Quark X-Press

Posted:
in Mac Software edited January 2014
Quark is still not native on OS X? Does anyone understand this. I'm sure people have kibbutzed about this before but I can't understand it!



s.
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Comments

  • Reply 1 of 59
    sizzle chestsizzle chest Posts: 1,133member
    There's nothing to explain -- Quark still isn't OSX native. Many of their devoted users are pissed about it, and many (like me) have purchased InDesign and are glad there's finally a modern, X-friendly page layout app so they can stop using Qark Xpress.
  • Reply 2 of 59
    outsideroutsider Posts: 6,008member
    All the good workflow apps are being made for ID anyway. It's only a matter of time till QXP dies. Good riddance.
  • Reply 3 of 59
    jerombajeromba Posts: 357member
    I have switched to Indy and it's really galaxies away from XPress.

    XPress is dead but Quark doesn't know it.
  • Reply 4 of 59
    jerombajeromba Posts: 357member
    I have switched to Indy and it's really galaxies away from XPress.

    XPress is dead but Quark doesn't know it.
  • Reply 5 of 59
    i've heard rumors that quark didnt start trying to port to OSX until recently. And with all of the very very old code and the fact that they are moving their physical locations around, you shouldn't expect Quark native in OSX until late of 2003, more likely early-mid 2004.



    just a rumor i heard, probably not true, but it does seem likely considering quark's past track record.
  • Reply 6 of 59
    sizzle chestsizzle chest Posts: 1,133member
    By 2004, if there isn't already an OSX version of Quark, a huge percentage of their users will have switched to InDesign. I've owned InDesign 2 for all of one day, and I already wonder why I would ever switch back to Quark. The difference is huge!
  • Reply 7 of 59
    pevepeve Posts: 518member
    quark has mis-treated us for far to long.



    with indesign the page-layout-world has finaly got a modern app.



    quark just used the installed bases to make money out of the fact that there wasn't a alternative.



    but its just like windows, ya know.

    people who use it know its crap, but:

    -"i'm used to it"

    -"i don't want to learn something new"

    -"it works for me"

    -"it isn't that bad"



    fact is: it's stoneage technologie, far to expensive, dongle protected (europe), crap to work with and updates are to expensive and basicly bugfixes with limited new features.
  • Reply 8 of 59
    I feel that Quark thought the other companies were going to drag their feet on releasing OS X versions too...so they backed off...blinked is more like it. And they'll be paying the consequences for a long time.



    Some printing people I know still haven't switched to OS X, but many are now because Adobe has come through with Photoshop, InDesign and GoLive for OS X. The ones that have switched find it a pain to go back to OS 9/Classic just to view or work on Xpress files...and they are seriously considering switching to InDesign...good for them!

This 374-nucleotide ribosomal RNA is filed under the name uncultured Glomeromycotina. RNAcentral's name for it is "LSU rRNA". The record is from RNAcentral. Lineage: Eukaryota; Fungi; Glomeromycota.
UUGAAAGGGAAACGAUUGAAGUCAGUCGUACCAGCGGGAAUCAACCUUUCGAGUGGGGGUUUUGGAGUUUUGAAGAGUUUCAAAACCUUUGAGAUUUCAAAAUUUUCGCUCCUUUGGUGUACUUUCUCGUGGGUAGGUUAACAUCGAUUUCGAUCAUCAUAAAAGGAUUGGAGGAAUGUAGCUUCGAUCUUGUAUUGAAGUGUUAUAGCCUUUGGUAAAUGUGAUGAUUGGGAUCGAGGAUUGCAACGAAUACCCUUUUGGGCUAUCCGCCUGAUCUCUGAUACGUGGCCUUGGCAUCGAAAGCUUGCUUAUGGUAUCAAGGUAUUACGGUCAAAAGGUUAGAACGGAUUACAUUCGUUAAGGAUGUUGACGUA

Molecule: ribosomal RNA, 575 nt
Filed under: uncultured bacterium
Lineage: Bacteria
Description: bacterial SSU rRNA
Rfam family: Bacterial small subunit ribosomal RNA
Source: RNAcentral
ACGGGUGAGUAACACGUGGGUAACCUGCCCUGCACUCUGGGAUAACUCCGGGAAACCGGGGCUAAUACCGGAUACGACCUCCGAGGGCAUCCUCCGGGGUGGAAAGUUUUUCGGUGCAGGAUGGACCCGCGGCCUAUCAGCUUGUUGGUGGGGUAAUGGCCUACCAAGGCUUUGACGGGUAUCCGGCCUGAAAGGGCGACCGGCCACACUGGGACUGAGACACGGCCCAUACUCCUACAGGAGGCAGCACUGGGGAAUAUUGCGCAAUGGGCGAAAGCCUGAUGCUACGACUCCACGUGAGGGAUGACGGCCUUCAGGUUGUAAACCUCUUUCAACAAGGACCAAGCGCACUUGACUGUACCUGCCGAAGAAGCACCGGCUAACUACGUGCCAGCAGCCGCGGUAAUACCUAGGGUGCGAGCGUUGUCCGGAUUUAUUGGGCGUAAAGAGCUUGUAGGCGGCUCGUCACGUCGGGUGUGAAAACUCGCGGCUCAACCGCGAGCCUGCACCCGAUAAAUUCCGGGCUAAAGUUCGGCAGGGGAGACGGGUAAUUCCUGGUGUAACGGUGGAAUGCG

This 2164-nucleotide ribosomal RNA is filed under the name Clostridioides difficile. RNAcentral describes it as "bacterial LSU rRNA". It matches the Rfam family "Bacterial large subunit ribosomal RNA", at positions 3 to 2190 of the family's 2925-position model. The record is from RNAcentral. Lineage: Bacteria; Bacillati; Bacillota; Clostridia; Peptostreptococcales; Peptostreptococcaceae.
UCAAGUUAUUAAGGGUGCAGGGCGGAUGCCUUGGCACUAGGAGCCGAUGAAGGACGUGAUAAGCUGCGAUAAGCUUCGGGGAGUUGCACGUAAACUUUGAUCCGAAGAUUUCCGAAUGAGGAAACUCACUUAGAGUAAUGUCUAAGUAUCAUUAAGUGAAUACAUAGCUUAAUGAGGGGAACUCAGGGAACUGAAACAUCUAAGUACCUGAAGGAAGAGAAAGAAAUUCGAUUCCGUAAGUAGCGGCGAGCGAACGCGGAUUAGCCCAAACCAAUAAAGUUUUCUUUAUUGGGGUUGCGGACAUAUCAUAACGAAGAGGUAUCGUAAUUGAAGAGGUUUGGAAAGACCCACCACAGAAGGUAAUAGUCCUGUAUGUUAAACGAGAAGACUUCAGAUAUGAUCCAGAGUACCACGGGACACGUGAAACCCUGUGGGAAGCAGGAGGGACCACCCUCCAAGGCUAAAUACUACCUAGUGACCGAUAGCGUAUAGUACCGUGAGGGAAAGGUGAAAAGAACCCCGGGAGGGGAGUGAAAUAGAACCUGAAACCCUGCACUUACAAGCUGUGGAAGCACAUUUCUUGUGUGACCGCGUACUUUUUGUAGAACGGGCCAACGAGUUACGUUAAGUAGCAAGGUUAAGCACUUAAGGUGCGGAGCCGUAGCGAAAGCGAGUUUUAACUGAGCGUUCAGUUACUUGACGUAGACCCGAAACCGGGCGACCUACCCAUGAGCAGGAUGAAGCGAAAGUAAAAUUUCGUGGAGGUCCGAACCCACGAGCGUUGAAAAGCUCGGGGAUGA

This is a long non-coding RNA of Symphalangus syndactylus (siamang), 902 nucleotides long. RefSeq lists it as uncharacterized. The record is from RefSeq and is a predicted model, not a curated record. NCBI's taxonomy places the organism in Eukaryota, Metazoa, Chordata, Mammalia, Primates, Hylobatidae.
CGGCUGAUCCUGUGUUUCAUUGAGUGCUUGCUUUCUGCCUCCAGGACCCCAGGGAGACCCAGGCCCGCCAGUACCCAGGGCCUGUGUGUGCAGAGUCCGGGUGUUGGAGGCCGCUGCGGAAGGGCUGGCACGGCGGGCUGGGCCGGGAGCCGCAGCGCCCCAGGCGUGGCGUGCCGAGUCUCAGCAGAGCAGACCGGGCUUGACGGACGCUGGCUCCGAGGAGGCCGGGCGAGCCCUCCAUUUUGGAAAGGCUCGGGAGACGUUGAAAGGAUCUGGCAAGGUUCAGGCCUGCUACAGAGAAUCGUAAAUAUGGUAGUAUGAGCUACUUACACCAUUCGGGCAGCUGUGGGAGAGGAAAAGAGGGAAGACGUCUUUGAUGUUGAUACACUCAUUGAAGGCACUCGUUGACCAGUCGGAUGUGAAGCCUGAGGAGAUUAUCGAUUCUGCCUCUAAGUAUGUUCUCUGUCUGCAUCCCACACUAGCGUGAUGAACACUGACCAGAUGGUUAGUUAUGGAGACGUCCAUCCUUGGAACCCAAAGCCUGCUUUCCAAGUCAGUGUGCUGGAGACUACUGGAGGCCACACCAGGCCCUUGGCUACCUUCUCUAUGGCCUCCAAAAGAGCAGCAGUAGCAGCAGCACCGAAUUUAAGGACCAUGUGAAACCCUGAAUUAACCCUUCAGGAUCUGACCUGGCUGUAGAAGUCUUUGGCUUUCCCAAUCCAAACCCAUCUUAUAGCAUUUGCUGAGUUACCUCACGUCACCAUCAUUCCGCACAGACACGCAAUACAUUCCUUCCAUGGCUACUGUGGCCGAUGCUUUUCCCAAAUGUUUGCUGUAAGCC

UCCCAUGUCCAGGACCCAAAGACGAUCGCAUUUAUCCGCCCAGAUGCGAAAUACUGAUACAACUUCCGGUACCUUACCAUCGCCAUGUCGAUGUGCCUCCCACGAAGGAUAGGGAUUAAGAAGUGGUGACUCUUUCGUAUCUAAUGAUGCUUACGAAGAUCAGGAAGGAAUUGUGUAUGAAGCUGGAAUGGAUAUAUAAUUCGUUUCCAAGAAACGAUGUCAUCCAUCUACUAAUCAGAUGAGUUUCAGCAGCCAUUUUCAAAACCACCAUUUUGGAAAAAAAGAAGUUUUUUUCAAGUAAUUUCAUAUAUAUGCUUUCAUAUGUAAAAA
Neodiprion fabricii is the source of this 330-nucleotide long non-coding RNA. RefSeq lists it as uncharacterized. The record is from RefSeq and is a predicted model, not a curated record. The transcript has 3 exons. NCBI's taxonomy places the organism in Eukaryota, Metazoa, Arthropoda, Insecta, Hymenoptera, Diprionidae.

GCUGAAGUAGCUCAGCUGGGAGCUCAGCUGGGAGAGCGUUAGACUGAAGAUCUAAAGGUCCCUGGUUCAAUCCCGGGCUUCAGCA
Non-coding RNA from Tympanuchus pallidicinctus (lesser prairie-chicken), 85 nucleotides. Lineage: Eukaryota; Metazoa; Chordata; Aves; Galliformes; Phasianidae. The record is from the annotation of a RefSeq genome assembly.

Quark has gotten a rep similar to Microsoft now. The "sheep" are waking up though.
  • Reply 9 of 59
    I must be the only person that doesn't like Indesign. I like Quark, it's simple, it gets the job done. Indesign feels like a modified Illustrator to me. Saying that, Quark had better shift their backside or I'll be forced to use Indesign.
  • Reply 10 of 59
    sizzle chestsizzle chest Posts: 1,133member
    Biggest, and most immediately obvious deficiency of Quark after spending a few hours with InDesign: the quality of the onscreen display of both text and graphics, especially when working with CMYK images.



    I design CD packages with fairly small text inside the booklet, and even if I zoom in as far as possible in Quark, I still can't read the booklet text on my 21" monitor! I have to copy & paste the text into BBEdit to proof it for errors. With InDesign you can zoom in as far as you want (within reason), and the graphics & text display at a quality much more closely approximating what you'll actually see in print.
  • Reply 11 of 59
    jccbinjccbin Posts: 476member
    Xpress deserves to die a painful death.



    InDesign will do quite well over the next few years.



    :-)
  • Reply 12 of 59
    leonisleonis Posts: 3,427member
    Quark Xpress is still here?!



    I thought it has been dead a long time ago



    Guys...please. Don't ever mention OS 9 and Xpress again. I am going to have heart attack :eek:



    [ 06-26-2002: Message edited by: Leonis ]</p>
  • Reply 13 of 59
    pscatespscates Posts: 5,847member
    I'm with you guys. With the release of InDesign 2, I feel that the program really came of age and is only going to improve as time goes on.



    It simply feels smarter and more modern than Quark. Gee, good reason.